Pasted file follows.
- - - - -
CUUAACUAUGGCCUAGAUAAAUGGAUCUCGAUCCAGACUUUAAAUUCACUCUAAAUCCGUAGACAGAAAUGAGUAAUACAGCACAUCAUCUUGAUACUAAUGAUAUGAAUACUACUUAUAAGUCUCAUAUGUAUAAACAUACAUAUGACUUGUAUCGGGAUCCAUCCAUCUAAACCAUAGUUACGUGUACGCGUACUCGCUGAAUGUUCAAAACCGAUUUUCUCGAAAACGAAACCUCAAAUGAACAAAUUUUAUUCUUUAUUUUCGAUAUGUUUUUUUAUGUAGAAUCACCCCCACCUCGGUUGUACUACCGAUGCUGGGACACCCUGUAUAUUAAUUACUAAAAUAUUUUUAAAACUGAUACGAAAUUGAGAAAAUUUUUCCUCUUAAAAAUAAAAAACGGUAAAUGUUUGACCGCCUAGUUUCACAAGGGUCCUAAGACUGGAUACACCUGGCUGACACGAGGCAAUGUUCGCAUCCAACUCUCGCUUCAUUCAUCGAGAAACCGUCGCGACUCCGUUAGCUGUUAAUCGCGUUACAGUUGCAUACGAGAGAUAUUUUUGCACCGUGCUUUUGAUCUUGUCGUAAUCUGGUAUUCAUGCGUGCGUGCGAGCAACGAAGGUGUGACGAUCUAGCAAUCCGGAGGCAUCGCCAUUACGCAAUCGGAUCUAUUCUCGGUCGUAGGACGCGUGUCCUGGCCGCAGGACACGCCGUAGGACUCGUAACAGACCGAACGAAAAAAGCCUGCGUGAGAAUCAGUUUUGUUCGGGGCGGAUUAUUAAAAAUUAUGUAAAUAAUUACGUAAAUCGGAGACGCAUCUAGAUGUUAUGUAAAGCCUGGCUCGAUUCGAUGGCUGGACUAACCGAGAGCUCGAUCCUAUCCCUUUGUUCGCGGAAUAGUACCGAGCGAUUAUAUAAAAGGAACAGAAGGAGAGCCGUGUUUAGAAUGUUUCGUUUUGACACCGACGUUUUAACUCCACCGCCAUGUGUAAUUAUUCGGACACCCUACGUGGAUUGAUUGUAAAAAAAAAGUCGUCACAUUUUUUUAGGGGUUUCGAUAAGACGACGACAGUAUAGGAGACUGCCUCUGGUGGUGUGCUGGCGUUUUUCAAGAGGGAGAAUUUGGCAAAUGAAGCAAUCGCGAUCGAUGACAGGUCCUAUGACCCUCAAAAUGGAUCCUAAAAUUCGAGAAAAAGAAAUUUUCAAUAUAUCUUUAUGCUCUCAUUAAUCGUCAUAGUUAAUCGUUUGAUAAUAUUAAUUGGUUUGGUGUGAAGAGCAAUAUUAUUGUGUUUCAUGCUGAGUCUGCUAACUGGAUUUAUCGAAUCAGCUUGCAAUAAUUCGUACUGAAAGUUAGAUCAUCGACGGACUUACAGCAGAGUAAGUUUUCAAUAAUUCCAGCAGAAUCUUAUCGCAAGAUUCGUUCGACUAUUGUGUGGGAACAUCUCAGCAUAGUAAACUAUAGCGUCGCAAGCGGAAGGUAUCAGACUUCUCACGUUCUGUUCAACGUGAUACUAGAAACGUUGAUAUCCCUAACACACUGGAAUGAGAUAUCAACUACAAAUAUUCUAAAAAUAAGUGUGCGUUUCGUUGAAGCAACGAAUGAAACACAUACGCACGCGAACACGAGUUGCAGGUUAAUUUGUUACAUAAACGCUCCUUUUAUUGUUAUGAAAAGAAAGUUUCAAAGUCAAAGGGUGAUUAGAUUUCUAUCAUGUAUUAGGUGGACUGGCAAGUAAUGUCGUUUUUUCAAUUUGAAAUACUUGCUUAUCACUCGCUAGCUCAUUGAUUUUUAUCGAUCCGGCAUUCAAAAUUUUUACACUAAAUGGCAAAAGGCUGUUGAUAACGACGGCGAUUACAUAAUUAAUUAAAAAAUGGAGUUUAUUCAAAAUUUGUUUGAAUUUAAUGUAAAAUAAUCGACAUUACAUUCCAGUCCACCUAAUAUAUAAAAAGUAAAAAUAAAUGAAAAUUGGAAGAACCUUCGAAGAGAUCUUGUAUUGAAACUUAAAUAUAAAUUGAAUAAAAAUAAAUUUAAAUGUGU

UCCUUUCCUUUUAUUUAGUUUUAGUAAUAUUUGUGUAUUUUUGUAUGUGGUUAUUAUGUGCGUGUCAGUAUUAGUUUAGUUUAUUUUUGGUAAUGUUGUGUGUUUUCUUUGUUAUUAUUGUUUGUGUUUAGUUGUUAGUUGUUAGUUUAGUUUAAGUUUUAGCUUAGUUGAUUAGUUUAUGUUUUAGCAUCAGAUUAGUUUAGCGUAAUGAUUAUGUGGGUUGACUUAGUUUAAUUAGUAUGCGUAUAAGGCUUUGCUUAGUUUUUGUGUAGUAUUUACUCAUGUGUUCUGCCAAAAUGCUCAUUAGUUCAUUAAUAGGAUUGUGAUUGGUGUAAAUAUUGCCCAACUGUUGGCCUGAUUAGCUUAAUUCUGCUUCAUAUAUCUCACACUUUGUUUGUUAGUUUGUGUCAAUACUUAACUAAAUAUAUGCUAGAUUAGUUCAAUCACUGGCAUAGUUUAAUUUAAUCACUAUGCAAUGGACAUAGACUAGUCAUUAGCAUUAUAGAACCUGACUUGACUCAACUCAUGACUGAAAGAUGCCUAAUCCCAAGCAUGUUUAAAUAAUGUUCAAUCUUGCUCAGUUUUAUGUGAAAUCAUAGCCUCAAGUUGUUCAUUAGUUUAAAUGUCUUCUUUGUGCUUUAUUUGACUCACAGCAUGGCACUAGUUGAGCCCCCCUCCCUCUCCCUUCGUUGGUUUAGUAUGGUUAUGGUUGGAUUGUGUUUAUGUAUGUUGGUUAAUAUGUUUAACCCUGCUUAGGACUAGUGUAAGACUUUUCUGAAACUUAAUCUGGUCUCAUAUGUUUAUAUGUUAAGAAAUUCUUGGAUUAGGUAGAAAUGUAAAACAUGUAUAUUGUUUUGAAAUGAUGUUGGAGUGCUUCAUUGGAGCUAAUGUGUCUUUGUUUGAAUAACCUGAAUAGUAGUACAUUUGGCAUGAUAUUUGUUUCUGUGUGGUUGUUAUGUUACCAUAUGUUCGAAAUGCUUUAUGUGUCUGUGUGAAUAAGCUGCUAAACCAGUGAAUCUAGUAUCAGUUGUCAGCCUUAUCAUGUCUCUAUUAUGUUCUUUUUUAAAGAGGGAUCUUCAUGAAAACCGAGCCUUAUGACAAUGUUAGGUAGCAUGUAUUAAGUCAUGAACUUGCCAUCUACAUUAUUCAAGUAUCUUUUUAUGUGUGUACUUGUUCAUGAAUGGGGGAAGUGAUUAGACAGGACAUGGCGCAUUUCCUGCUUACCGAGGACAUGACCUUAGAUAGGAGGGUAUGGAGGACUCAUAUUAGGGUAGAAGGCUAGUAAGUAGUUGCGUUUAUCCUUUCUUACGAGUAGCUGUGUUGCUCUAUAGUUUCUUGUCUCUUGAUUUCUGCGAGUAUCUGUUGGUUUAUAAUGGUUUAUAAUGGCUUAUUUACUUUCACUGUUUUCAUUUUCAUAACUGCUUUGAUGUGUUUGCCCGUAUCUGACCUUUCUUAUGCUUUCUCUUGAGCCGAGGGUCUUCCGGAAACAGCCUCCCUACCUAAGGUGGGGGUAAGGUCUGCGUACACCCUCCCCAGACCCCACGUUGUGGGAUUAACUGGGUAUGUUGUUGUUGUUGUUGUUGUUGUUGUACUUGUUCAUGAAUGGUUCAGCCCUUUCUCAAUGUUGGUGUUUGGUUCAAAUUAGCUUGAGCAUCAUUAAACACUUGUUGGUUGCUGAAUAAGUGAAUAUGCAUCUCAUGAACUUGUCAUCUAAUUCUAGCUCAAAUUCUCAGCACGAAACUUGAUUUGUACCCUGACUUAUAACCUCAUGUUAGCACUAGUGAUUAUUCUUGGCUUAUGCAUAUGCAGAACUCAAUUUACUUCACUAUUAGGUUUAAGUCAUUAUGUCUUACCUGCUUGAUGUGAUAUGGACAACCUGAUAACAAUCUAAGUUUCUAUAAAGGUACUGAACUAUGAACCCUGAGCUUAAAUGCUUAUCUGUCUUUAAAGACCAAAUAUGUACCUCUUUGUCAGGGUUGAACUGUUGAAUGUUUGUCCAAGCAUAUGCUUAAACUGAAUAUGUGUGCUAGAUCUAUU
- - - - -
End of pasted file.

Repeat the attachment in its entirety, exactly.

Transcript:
CUUAACUAUGGCCUAGAUAAAUGGAUCUCGAUCCAGACUUUAAAUUCACUCUAAAUCCGUAGACAGAAAUGAGUAAUACAGCACAUCAUCUUGAUACUAAUGAUAUGAAUACUACUUAUAAGUCUCAUAUGUAUAAACAUACAUAUGACUUGUAUCGGGAUCCAUCCAUCUAAACCAUAGUUACGUGUACGCGUACUCGCUGAAUGUUCAAAACCGAUUUUCUCGAAAACGAAACCUCAAAUGAACAAAUUUUAUUCUUUAUUUUCGAUAUGUUUUUUUAUGUAGAAUCACCCCCACCUCGGUUGUACUACCGAUGCUGGGACACCCUGUAUAUUAAUUACUAAAAUAUUUUUAAAACUGAUACGAAAUUGAGAAAAUUUUUCCUCUUAAAAAUAAAAAACGGUAAAUGUUUGACCGCCUAGUUUCACAAGGGUCCUAAGACUGGAUACACCUGGCUGACACGAGGCAAUGUUCGCAUCCAACUCUCGCUUCAUUCAUCGAGAAACCGUCGCGACUCCGUUAGCUGUUAAUCGCGUUACAGUUGCAUACGAGAGAUAUUUUUGCACCGUGCUUUUGAUCUUGUCGUAAUCUGGUAUUCAUGCGUGCGUGCGAGCAACGAAGGUGUGACGAUCUAGCAAUCCGGAGGCAUCGCCAUUACGCAAUCGGAUCUAUUCUCGGUCGUAGGACGCGUGUCCUGGCCGCAGGACACGCCGUAGGACUCGUAACAGACCGAACGAAAAAAGCCUGCGUGAGAAUCAGUUUUGUUCGGGGCGGAUUAUUAAAAAUUAUGUAAAUAAUUACGUAAAUCGGAGACGCAUCUAGAUGUUAUGUAAAGCCUGGCUCGAUUCGAUGGCUGGACUAACCGAGAGCUCGAUCCUAUCCCUUUGUUCGCGGAAUAGUACCGAGCGAUUAUAUAAAAGGAACAGAAGGAGAGCCGUGUUUAGAAUGUUUCGUUUUGACACCGACGUUUUAACUCCACCGCCAUGUGUAAUUAUUCGGACACCCUACGUGGAUUGAUUGUAAAAAAAAAGUCGUCACAUUUUUUUAGGGGUUUCGAUAAGACGACGACAGUAUAGGAGACUGCCUCUGGUGGUGUGCUGGCGUUUUUCAAGAGGGAGAAUUUGGCAAAUGAAGCAAUCGCGAUCGAUGACAGGUCCUAUGACCCUCAAAAUGGAUCCUAAAAUUCGAGAAAAAGAAAUUUUCAAUAUAUCUUUAUGCUCUCAUUAAUCGUCAUAGUUAAUCGUUUGAUAAUAUUAAUUGGUUUGGUGUGAAGAGCAAUAUUAUUGUGUUUCAUGCUGAGUCUGCUAACUGGAUUUAUCGAAUCAGCUUGCAAUAAUUCGUACUGAAAGUUAGAUCAUCGACGGACUUACAGCAGAGUAAGUUUUCAAUAAUUCCAGCAGAAUCUUAUCGCAAGAUUCGUUCGACUAUUGUGUGGGAACAUCUCAGCAUAGUAAACUAUAGCGUCGCAAGCGGAAGGUAUCAGACUUCUCACGUUCUGUUCAACGUGAUACUAGAAACGUUGAUAUCCCUAACACACUGGAAUGAGAUAUCAACUACAAAUAUUCUAAAAAUAAGUGUGCGUUUCGUUGAAGCAACGAAUGAAACACAUACGCACGCGAACACGAGUUGCAGGUUAAUUUGUUACAUAAACGCUCCUUUUAUUGUUAUGAAAAGAAAGUUUCAAAGUCAAAGGGUGAUUAGAUUUCUAUCAUGUAUUAGGUGGACUGGCAAGUAAUGUCGUUUUUUCAAUUUGAAAUACUUGCUUAUCACUCGCUAGCUCAUUGAUUUUUAUCGAUCCGGCAUUCAAAAUUUUUACACUAAAUGGCAAAAGGCUGUUGAUAACGACGGCGAUUACAUAAUUAAUUAAAAAAUGGAGUUUAUUCAAAAUUUGUUUGAAUUUAAUGUAAAAUAAUCGACAUUACAUUCCAGUCCACCUAAUAUAUAAAAAGUAAAAAUAAAUGAAAAUUGGAAGAACCUUCGAAGAGAUCUUGUAUUGAAACUUAAAUAUAAAUUGAAUAAAAAUAAAUUUAAAUGUGU

UCCUUUCCUUUUAUUUAGUUUUAGUAAUAUUUGUGUAUUUUUGUAUGUGGUUAUUAUGUGCGUGUCAGUAUUAGUUUAGUUUAUUUUUGGUAAUGUUGUGUGUUUUCUUUGUUAUUAUUGUUUGUGUUUAGUUGUUAGUUGUUAGUUUAGUUUAAGUUUUAGCUUAGUUGAUUAGUUUAUGUUUUAGCAUCAGAUUAGUUUAGCGUAAUGAUUAUGUGGGUUGACUUAGUUUAAUUAGUAUGCGUAUAAGGCUUUGCUUAGUUUUUGUGUAGUAUUUACUCAUGUGUUCUGCCAAAAUGCUCAUUAGUUCAUUAAUAGGAUUGUGAUUGGUGUAAAUAUUGCCCAACUGUUGGCCUGAUUAGCUUAAUUCUGCUUCAUAUAUCUCACACUUUGUUUGUUAGUUUGUGUCAAUACUUAACUAAAUAUAUGCUAGAUUAGUUCAAUCACUGGCAUAGUUUAAUUUAAUCACUAUGCAAUGGACAUAGACUAGUCAUUAGCAUUAUAGAACCUGACUUGACUCAACUCAUGACUGAAAGAUGCCUAAUCCCAAGCAUGUUUAAAUAAUGUUCAAUCUUGCUCAGUUUUAUGUGAAAUCAUAGCCUCAAGUUGUUCAUUAGUUUAAAUGUCUUCUUUGUGCUUUAUUUGACUCACAGCAUGGCACUAGUUGAGCCCCCCUCCCUCUCCCUUCGUUGGUUUAGUAUGGUUAUGGUUGGAUUGUGUUUAUGUAUGUUGGUUAAUAUGUUUAACCCUGCUUAGGACUAGUGUAAGACUUUUCUGAAACUUAAUCUGGUCUCAUAUGUUUAUAUGUUAAGAAAUUCUUGGAUUAGGUAGAAAUGUAAAACAUGUAUAUUGUUUUGAAAUGAUGUUGGAGUGCUUCAUUGGAGCUAAUGUGUCUUUGUUUGAAUAACCUGAAUAGUAGUACAUUUGGCAUGAUAUUUGUUUCUGUGUGGUUGUUAUGUUACCAUAUGUUCGAAAUGCUUUAUGUGUCUGUGUGAAUAAGCUGCUAAACCAGUGAAUCUAGUAUCAGUUGUCAGCCUUAUCAUGUCUCUAUUAUGUUCUUUUUUAAAGAGGGAUCUUCAUGAAAACCGAGCCUUAUGACAAUGUUAGGUAGCAUGUAUUAAGUCAUGAACUUGCCAUCUACAUUAUUCAAGUAUCUUUUUAUGUGUGUACUUGUUCAUGAAUGGGGGAAGUGAUUAGACAGGACAUGGCGCAUUUCCUGCUUACCGAGGACAUGACCUUAGAUAGGAGGGUAUGGAGGACUCAUAUUAGGGUAGAAGGCUAGUAAGUAGUUGCGUUUAUCCUUUCUUACGAGUAGCUGUGUUGCUCUAUAGUUUCUUGUCUCUUGAUUUCUGCGAGUAUCUGUUGGUUUAUAAUGGUUUAUAAUGGCUUAUUUACUUUCACUGUUUUCAUUUUCAUAACUGCUUUGAUGUGUUUGCCCGUAUCUGACCUUUCUUAUGCUUUCUCUUGAGCCGAGGGUCUUCCGGAAACAGCCUCCCUACCUAAGGUGGGGGUAAGGUCUGCGUACACCCUCCCCAGACCCCACGUUGUGGGAUUAACUGGGUAUGUUGUUGUUGUUGUUGUUGUUGUUGUACUUGUUCAUGAAUGGUUCAGCCCUUUCUCAAUGUUGGUGUUUGGUUCAAAUUAGCUUGAGCAUCAUUAAACACUUGUUGGUUGCUGAAUAAGUGAAUAUGCAUCUCAUGAACUUGUCAUCUAAUUCUAGCUCAAAUUCUCAGCACGAAACUUGAUUUGUACCCUGACUUAUAACCUCAUGUUAGCACUAGUGAUUAUUCUUGGCUUAUGCAUAUGCAGAACUCAAUUUACUUCACUAUUAGGUUUAAGUCAUUAUGUCUUACCUGCUUGAUGUGAUAUGGACAACCUGAUAACAAUCUAAGUUUCUAUAAAGGUACUGAACUAUGAACCCUGAGCUUAAAUGCUUAUCUGUCUUUAAAGACCAAAUAUGUACCUCUUUGUCAGGGUUGAACUGUUGAAUGUUUGUCCAAGCAUAUGCUUAAACUGAAUAUGUGUGCUAGAUCUAUU